Afghan asylum seekers are unlikely to be deterred from using people smugglers despite a new agreement ensuring that unsuccessful asylum applicants are repatriated, say leading experts.
The Australian Government yesterday (17 January) entered into a Memorandum of Understanding (MoU) with the Afghan Government and the United Nations High Commissioner for Refugees (UNHCR) to return unsuccessful Afghan asylum seekers to Afghanistan.
According to the Minister for Immigration and Citizenship, Chris Bowen, the arrangement is part of the Australian Government's broader efforts to reduce the incidence of people smuggling and, in order to dissuade people from "risking their lives by joining people smuggling ventures, it is important that Afghans found not to be owed protection by Australia are returned to Afghanistan".
But Professor William Maley, the foundation director of the Australian National University's Asia-Pacific College of Diplomacy and member of the Refugee Council of Australia, told Lawyers Weekly that deterrence is an unlikely outcome from the MoU, largely because there is little evidence to suggest that Afghan asylum seekers would actually be aware of the MoU and its consequences.
"There has been research ... on the capacity of campaigns or measures of this sort to deter people, and there is very little evidence that people are actually deterred," he said.
"They tend not to know about developments of this sort and, at the same time, they often confront compelling push factors; dire circumstances in their country of origin which, in a place like Afghanistan, can include having 11 of your co-ethnics decapitated, which is what happened in June last year to members of the Hazara ethnic group in Oruzgan province.
"Under those circumstances, you just want to get out and you won't necessarily be dissuaded from travelling by an MoU between governments."
Dr Jane McAdam, the director of the international refugee and migration law project at the Gilbert + Tobin Centre of Public Law, said that while repatriation is a necessary part of a workable asylum system, it will not deter those who are genuinely in danger from using people smugglers, whether they can be classed as refugees or otherwise.
"If people are fleeing general violence in the first place, while they may not be refugees, they are still trying their best to get out of there. And if that means engaging people smugglers to do that, then that may well continue," she said.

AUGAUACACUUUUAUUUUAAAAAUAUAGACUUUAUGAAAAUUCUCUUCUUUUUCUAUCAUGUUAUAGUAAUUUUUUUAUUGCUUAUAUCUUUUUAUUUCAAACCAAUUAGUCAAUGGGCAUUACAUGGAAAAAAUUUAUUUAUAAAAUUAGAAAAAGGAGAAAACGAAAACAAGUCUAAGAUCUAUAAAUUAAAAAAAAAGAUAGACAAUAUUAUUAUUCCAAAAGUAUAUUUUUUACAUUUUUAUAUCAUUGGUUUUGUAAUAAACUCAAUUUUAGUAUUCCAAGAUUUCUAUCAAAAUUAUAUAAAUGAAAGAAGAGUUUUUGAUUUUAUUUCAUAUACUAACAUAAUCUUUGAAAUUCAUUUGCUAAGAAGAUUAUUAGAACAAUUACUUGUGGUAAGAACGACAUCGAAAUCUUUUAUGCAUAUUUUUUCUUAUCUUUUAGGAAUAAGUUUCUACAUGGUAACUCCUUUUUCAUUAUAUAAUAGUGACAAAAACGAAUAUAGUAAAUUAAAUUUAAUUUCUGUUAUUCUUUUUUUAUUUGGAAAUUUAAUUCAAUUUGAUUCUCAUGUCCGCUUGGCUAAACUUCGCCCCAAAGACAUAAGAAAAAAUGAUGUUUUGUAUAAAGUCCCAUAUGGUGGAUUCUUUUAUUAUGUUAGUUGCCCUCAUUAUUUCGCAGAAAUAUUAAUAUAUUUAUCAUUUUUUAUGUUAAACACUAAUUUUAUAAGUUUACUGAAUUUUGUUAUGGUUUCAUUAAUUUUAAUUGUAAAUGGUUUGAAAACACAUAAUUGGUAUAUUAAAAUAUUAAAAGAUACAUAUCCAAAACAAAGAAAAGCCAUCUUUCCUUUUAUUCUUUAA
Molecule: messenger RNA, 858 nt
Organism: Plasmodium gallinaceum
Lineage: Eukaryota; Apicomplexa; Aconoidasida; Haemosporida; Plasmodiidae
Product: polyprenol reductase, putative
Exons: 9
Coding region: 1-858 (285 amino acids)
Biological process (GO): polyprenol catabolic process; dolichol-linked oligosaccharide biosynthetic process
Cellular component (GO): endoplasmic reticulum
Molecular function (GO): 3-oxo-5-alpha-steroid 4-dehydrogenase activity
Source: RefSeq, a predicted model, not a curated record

"[The Immigration Minister] may be correct to the extent that people will start to think that Australia is not a place where you can even get some form of temporary safe haven, but that suggests that people are making very calculated decisions about where to go and when, and often that is not the case at all.
"They are fleeing violence and they are getting out of there as quickly as they can."
Maley also expressed concern that the political nature of the asylum seeker issue in Australia has shifted the focus from individual circumstances to more general conditions - which can be perilous when information relied upon to determine refugee status is inaccurate.
"Last year, the success rate among applicants for protection was very high until April, when the foreign minister, the minister for immigration and the minister for home affairs put out a joint statement asserting - without any evidence - that the situation in Afghanistan was improving," he said.
"There was probably not a specialist in the world who would have agreed with that, but virtually overnight the success rate of applications plummeted. That [creates] the impression that it is not so much the circumstances of the individual applicants that shape the outcome, but rather a wider set of political goals. Where that is the case, one needs to be very skeptical of what may happen when individual cases are appraised."
However, there is a positive side to the MoU, says Maley, in that provision 3(a) of the agreement says that before Afghans who are found not to be in need of international protection under the Refugee Convention are repatriated, an assessment against other international non-reforma obligations and compelling humanitarian needs must be made, and any major changes to the security situation in Afghanistan must also be taken into consideration.
"That potentially, if it is not just for show, could open the door for proper assessment in light of what has been called 'complimentary protection'," explained Maley.
"It's possible that this will actually facilitate a more sensible approach to some of these cases, but we'll need to see what happens in practice."